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Friday Flops: Drawing Hatshepsut

November 10th, 2017

{photo by Alex Proimos via flickr / CC BY-NC 2.0

"If there's any theme that is more prominent than any others throughout the Great Books, it is the strength that comes from a community founded on common weakness and failure."

~ Adam Andrews, Center for Lit

Happy Friday!

At the beginning of the school year we mentioned something new we want to try on the blog – a series called Friday Flops. This will be the flip side to Wednesday Wonders, if you will, sharing our not-so-wondrous moments and embracing the small failures that we all experience. After all, our theme this year is “Daring Greatly,” and what’s more daring that being vulnerable with each other when we mess up? We’re all family here, and we want to show and receive grace along the way, because the SLOCA life is incredibly rewarding, but it’s not easy.

We hope you noticed the fantastic quote above and how well it relates to this idea (especially for a school that loves the Great Books!). We desire to be a strong, resilient community that can be real with each other, and celebrate the growth that comes from our failures as well as our victories - our feats and flops.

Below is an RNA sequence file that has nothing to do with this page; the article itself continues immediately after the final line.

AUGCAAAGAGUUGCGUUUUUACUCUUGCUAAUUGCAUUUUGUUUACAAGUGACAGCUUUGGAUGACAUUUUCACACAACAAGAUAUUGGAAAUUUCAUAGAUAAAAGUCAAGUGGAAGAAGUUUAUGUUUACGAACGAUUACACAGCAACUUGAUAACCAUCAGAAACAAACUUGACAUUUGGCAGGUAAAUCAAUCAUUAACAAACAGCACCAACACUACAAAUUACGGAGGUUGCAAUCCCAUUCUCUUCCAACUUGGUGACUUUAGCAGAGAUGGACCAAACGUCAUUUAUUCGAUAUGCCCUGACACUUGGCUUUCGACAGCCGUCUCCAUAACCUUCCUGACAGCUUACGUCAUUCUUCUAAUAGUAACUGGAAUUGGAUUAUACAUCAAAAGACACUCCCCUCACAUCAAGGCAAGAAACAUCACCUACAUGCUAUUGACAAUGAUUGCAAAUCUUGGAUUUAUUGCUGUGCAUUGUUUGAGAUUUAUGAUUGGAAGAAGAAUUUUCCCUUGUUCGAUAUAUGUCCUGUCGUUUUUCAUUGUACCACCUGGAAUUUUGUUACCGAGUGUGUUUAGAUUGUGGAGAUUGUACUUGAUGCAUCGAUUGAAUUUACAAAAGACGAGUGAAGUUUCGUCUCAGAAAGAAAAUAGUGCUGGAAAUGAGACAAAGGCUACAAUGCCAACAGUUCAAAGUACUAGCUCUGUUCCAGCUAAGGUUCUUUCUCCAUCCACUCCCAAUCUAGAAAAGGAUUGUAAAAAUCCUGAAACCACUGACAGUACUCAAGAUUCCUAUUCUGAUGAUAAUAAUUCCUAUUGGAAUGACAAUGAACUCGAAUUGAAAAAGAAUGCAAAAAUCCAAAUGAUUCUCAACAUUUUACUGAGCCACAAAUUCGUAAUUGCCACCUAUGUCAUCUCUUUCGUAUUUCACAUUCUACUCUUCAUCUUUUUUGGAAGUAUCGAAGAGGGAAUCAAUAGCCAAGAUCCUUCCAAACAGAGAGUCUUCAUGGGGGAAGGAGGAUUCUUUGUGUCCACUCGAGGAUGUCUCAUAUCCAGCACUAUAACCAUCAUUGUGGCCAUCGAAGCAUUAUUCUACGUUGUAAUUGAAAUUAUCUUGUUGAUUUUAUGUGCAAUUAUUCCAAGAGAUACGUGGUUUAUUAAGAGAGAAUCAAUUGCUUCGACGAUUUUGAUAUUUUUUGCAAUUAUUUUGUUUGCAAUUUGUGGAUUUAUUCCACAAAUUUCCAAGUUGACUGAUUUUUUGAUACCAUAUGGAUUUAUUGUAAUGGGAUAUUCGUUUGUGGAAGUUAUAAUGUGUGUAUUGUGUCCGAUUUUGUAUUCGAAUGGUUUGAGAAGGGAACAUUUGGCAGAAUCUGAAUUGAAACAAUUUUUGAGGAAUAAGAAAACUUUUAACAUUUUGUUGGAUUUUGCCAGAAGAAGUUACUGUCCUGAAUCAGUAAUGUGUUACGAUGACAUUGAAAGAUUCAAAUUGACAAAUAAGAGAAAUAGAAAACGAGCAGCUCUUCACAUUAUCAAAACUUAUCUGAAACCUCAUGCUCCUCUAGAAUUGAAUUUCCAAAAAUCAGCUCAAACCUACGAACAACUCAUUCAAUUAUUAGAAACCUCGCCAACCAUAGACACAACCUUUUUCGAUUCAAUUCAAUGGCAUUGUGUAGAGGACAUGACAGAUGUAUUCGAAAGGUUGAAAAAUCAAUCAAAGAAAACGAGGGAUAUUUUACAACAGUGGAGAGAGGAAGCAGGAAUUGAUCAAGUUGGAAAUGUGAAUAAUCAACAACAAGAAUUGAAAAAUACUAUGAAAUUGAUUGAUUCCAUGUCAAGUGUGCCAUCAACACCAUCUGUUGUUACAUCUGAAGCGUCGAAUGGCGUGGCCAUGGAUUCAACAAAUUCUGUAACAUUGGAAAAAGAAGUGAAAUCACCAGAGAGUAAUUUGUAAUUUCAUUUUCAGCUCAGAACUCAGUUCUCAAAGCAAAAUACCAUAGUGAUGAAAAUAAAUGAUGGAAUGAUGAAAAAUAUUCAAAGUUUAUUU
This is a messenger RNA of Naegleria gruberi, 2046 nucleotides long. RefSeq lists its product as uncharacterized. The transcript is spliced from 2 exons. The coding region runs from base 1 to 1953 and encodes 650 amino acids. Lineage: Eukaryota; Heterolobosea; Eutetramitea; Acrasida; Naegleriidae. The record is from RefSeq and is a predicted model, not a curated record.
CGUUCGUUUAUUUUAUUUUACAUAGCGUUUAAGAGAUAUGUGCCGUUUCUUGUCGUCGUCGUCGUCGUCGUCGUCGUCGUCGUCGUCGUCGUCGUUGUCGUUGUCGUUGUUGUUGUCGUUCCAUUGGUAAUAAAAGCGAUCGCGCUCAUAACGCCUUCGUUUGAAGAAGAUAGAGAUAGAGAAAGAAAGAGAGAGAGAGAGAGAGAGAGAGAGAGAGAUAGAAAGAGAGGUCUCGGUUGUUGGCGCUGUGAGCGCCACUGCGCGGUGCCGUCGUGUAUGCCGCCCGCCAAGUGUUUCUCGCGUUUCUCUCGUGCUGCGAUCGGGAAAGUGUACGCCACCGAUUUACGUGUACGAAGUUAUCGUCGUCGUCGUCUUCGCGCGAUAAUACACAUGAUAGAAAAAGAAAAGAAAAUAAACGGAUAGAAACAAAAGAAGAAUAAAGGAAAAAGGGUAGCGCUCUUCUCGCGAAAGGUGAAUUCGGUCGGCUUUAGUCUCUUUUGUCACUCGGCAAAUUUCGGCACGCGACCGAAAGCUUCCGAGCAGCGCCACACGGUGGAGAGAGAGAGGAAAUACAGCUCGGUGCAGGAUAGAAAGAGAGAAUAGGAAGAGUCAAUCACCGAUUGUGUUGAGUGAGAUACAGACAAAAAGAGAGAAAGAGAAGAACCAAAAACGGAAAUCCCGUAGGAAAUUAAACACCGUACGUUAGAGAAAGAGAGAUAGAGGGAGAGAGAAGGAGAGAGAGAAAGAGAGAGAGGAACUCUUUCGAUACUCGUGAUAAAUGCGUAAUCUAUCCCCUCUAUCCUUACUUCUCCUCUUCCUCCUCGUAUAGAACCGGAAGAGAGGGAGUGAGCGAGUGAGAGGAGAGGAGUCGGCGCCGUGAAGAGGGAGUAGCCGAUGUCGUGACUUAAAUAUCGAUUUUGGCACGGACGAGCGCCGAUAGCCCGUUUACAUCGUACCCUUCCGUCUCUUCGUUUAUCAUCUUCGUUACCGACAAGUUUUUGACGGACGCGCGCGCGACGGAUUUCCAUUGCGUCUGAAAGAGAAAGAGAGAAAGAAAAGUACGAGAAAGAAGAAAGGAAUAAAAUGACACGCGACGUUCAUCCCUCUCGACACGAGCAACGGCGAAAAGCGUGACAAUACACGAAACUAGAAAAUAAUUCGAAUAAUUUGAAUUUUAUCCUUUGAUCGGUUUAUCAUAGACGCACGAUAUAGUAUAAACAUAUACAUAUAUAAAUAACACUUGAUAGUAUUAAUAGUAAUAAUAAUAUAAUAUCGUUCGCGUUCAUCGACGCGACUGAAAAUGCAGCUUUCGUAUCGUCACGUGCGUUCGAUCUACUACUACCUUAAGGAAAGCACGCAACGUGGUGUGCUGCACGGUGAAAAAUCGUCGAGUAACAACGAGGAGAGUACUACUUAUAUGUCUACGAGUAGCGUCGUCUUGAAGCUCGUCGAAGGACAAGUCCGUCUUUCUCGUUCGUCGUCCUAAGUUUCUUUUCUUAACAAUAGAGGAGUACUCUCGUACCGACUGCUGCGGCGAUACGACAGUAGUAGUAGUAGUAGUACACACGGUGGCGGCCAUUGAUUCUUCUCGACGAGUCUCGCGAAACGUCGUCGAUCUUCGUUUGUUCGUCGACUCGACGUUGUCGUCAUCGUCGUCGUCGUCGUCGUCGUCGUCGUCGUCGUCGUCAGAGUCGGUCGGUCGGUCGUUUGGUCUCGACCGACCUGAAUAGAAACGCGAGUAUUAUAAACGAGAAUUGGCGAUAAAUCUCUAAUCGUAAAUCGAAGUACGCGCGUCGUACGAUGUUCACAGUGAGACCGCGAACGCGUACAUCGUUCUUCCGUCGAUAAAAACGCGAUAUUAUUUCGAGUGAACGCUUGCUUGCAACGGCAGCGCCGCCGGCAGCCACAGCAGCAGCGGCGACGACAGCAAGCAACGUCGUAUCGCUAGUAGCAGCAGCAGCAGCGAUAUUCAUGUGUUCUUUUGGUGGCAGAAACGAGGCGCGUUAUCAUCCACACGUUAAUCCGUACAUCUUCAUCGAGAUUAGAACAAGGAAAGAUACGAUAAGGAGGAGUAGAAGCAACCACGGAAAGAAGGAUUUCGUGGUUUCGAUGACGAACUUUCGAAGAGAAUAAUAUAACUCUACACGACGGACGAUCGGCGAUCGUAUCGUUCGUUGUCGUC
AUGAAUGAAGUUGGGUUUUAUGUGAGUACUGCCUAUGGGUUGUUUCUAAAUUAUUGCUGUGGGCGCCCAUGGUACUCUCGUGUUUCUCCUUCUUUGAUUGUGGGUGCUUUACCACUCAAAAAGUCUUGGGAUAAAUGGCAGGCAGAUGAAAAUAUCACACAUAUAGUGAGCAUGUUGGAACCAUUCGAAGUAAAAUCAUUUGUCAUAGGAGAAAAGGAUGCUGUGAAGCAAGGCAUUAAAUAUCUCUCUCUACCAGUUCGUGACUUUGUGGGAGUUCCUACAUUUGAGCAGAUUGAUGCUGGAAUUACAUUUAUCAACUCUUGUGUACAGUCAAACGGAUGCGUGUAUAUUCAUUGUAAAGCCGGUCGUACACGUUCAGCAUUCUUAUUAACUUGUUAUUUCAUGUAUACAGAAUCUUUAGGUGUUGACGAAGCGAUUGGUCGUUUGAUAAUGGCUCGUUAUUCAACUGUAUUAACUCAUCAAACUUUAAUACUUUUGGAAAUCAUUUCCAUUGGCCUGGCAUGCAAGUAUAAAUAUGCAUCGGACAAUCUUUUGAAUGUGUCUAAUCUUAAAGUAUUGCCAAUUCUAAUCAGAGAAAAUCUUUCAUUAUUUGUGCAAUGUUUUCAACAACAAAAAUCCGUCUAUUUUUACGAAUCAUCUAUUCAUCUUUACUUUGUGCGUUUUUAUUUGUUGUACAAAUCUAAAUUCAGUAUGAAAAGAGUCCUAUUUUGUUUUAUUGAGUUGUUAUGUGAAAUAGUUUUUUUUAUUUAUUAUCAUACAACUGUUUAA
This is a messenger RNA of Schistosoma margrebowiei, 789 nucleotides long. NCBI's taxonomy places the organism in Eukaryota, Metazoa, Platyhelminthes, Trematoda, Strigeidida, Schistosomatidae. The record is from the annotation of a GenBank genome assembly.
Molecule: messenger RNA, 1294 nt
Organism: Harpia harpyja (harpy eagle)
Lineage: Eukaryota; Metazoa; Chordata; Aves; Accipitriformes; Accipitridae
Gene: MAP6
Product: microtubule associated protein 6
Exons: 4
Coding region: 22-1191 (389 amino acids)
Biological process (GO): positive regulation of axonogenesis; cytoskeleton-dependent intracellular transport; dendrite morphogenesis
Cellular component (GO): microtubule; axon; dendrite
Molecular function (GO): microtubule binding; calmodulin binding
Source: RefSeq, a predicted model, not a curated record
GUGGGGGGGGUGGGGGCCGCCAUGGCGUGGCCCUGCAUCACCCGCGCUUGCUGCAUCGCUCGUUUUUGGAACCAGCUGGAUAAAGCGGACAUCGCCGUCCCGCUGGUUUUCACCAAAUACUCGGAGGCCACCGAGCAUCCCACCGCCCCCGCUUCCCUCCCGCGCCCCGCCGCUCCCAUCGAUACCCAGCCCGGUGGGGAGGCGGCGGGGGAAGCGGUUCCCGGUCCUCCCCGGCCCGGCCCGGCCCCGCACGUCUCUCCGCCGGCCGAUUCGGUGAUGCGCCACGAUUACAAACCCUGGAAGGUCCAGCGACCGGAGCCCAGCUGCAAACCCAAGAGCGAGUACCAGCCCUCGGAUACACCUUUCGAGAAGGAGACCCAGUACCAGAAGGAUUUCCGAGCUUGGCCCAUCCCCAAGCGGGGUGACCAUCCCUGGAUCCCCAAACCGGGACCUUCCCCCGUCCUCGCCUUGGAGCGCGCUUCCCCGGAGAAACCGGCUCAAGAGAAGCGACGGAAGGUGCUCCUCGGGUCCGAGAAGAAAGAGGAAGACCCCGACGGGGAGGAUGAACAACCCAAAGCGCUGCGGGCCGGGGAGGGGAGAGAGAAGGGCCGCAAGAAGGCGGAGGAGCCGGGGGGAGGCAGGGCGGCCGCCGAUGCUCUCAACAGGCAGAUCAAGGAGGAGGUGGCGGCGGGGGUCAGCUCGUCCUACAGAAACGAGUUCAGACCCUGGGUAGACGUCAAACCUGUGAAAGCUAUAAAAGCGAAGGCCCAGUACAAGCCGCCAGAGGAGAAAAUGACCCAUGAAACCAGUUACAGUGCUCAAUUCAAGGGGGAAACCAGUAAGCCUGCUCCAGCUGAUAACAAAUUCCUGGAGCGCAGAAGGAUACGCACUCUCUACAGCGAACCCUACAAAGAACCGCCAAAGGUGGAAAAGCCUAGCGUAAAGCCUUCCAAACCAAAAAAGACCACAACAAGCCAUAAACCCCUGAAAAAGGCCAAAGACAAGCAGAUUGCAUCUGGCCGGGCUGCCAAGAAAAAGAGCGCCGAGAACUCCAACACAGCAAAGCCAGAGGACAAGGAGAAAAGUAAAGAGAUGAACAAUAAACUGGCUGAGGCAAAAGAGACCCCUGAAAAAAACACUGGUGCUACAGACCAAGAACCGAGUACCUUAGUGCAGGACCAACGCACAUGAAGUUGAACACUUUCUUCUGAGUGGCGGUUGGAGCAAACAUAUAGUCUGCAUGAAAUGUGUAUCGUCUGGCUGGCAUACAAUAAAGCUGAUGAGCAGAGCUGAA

Now that we’ve finished our staff introductions on the blog, we are ready to dive into this new adventure! We’ve asked a few Team SLOCA members to share their flops on the blog to get us started, and Lisa Wallace is our first brave soul! Mrs. Wallace is our Intermediate Core and Science teacher on both tracks. Here’s her story:

This happened with my Track A Intermediate class last Monday. Thankfully, I realized my mistake before my Track B class!

Intermediate has been studying the determined efforts of Hatshepsut, a female pharaoh of Ancient Egypt, and today was the day to do an in-class directed draw of this fearless leader. After looking through a variety of pictures of her online, I chose the one I thought would work best.  As a class, we looked at the picture of the bust/statue, discussing her facial features, her neckline, the headdress, the colors, and even the wear and tear of the bust itself. Finally, I walked the students through the drawing, step by step, as we discussed the physical features of Hatshepsut. As each student completed the art piece, they labeled a spot in their journals where they were to glue in their artwork and later we would add our descriptive paragraph on Hatshepsut.  Imagine my disappointment when later that day I found out that we had drawn a famous picture of .........Nefertiti. 

Can’t we all relate to that? And it's so good for our students to see that we all make mistakes sometimes (even teachers and parents!), but we can adjust, move on, and still treasure the beautiful artwork that was made and the learning that happened. Thank you so much for sharing, Lisa! 

We’re also looking for a few courageous parents who are willing to tell about their small mistakes and “fail” moments on the blog - nothing too personal, of course! Please email Down Home if you have a flop to share. Let’s be open about our common mistakes and weaknesses, and grow stronger!